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By Graham Norwood

Editor, LAT & LLT

Graham Awards


Right To Buy - what on earth is government playing at?

What a difference two months and some local elections make.

Cast your minds back to March 9 and the annual report of the Chartered Institute of Housing. Did you not read it? Well here’s a summary of part of it.

It reported that the results of in-depth research it conducted into Right To Buy showed that the initiative, first introduced under Margaret Thatcher four decades ago, had led to a decline in the size and success of the social rent sector.


And that far from boosting private ownership and owner-occupation, as had been promised by original advocates of the idea, the CIH research showed that some 40 per cent of homes purchased under Right To Buy - that’s around 1.1m - were actually now being let out by private landlords.

On top of that there were a raft of social consequences of Right To Buy, such as widening inequality as those council tenants unable to buy their properties were increasingly ghettoized.

The shortcomings were exacerbated, the CIH said, by restrictions on reinvesting the capital receipts from Right To Buy in new council or social housing.

The report didn’t mince its words, stating: “Right To Buy has become a strategic failure in England and, unless reconsidered, the policy will continue to generate uneven spatial and social impacts, contributing to social disadvantage and exacerbating inequalities.”

Fast forward to a few days ago and the government’s pledge, released a few days before the local elections, to extend Right To Buy to housing associations - the very social housing sector squeezed as a result of the original RTB initiative.

Notwithstanding the fact that the Conservatives have announced similar schemes in recent years without actually implementing them, the latest version would push hitherto-reluctant housing associations into selling stock at deeply discounted prices to tenants.

This is despite social housing waiting lists in England alone exceeding one million (according to government figures) with 96,000 families in temporary accommodation - including well over 100,000 children. And - again according to government figures - junder 6,000 social housing units built last year.

We can imagine the upcoming rhetoric, of course.

The new Right To Buy will be accompanied by a pledge to build replacement homes that will be even better; that increasing the proportion of the housing stock that is owner occupied will give more people incentive to improve the quality and energy efficiency of those homes; and that why should predominantly lower-paid housing association tenants be denied the ownership possibilities already enjoyed by mostly wealthier existing owners.

All that’s well and good, and if there was a guarantee of these things happening, the consequences of pushing Right To Buy for housing associations might well be acceptable.

But history suggests that those things do not happen - even under governments which would appear more capable than the current tractor-watching party-going administration.

There are, perhaps, two glimmers of hope.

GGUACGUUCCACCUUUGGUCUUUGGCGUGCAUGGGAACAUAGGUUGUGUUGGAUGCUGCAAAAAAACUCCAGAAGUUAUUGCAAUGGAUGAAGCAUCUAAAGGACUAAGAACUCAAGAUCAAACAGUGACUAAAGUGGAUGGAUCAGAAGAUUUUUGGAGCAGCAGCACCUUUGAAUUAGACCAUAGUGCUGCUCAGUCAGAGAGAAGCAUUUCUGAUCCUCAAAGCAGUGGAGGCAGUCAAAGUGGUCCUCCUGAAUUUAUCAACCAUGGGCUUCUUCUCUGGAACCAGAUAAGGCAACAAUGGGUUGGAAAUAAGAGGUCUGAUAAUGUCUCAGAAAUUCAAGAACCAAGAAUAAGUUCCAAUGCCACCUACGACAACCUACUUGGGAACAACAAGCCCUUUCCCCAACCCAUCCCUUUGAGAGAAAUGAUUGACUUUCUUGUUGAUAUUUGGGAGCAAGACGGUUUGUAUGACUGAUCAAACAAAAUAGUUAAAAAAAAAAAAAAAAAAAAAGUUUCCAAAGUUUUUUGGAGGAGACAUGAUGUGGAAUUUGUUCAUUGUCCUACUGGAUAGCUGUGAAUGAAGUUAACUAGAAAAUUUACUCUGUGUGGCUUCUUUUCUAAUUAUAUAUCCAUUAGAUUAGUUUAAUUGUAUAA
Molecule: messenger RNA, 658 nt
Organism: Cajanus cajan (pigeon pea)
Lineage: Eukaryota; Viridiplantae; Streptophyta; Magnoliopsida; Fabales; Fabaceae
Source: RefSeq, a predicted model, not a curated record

The first takes the unlikely form of Michael Gove, the current Housing Secretary. As recently as late last month he made what appears an impassioned call for more - not less - social housing.

He told a Shelter conference: “We’ve reached a situation for a variety of reasons where...the availability of social housing is simply inadequate for any notion of social justice or economic efficiency.

“The quality of the private rented sector, the circumstances in which people find themselves, the inadequacy of so many of those homes, the fragility and vulnerability that so many people find in their daily lives ... is insupportable and indefensible ... that is a function of broader supply questions, but it is also a critical function of our failure to ensure that there are homes that are genuinely affordable for rent, our failure to ensure that there are more social homes.

“If we want to have functioning communities, if we want to have our cities and towns having places where key workers and individuals who keep our public services going can ensure that they have a decent roof over their heads and raise a family in stability and security, then we need more social homes.”

Never doubt a politician’s ability to twist 180 degrees in the wind, especially if an election or Cabinet reshuffle might be in the offing, but is Gove really likely to abandon that pledge within a few weeks of making it?

The second glimmer of hope is that we have, of course, been here before - and nothing happened last time, so why should it this time?

Back in 2015, again in the lead up to an election, then-Prime Minister David Cameron came out with a similar initiative to extend Right To Buy to housing associations, saying: “Let the message ring out from this generation of Conservatives: you’ve worked hard, you’ve saved, the home you live in, it’s yours to buy, yours to own – the dream of a property-owning democracy is alive – and we will fulfil it.”

The Conservatives went on to win that election and, bogged down by the consequences of Brexit, failed to do anything: will this administration - still bogged down by Brexit, and a whole lot more these days - be any more pro-active?

For the sake of those one million households on the current social housing waiting list, you have to hope not.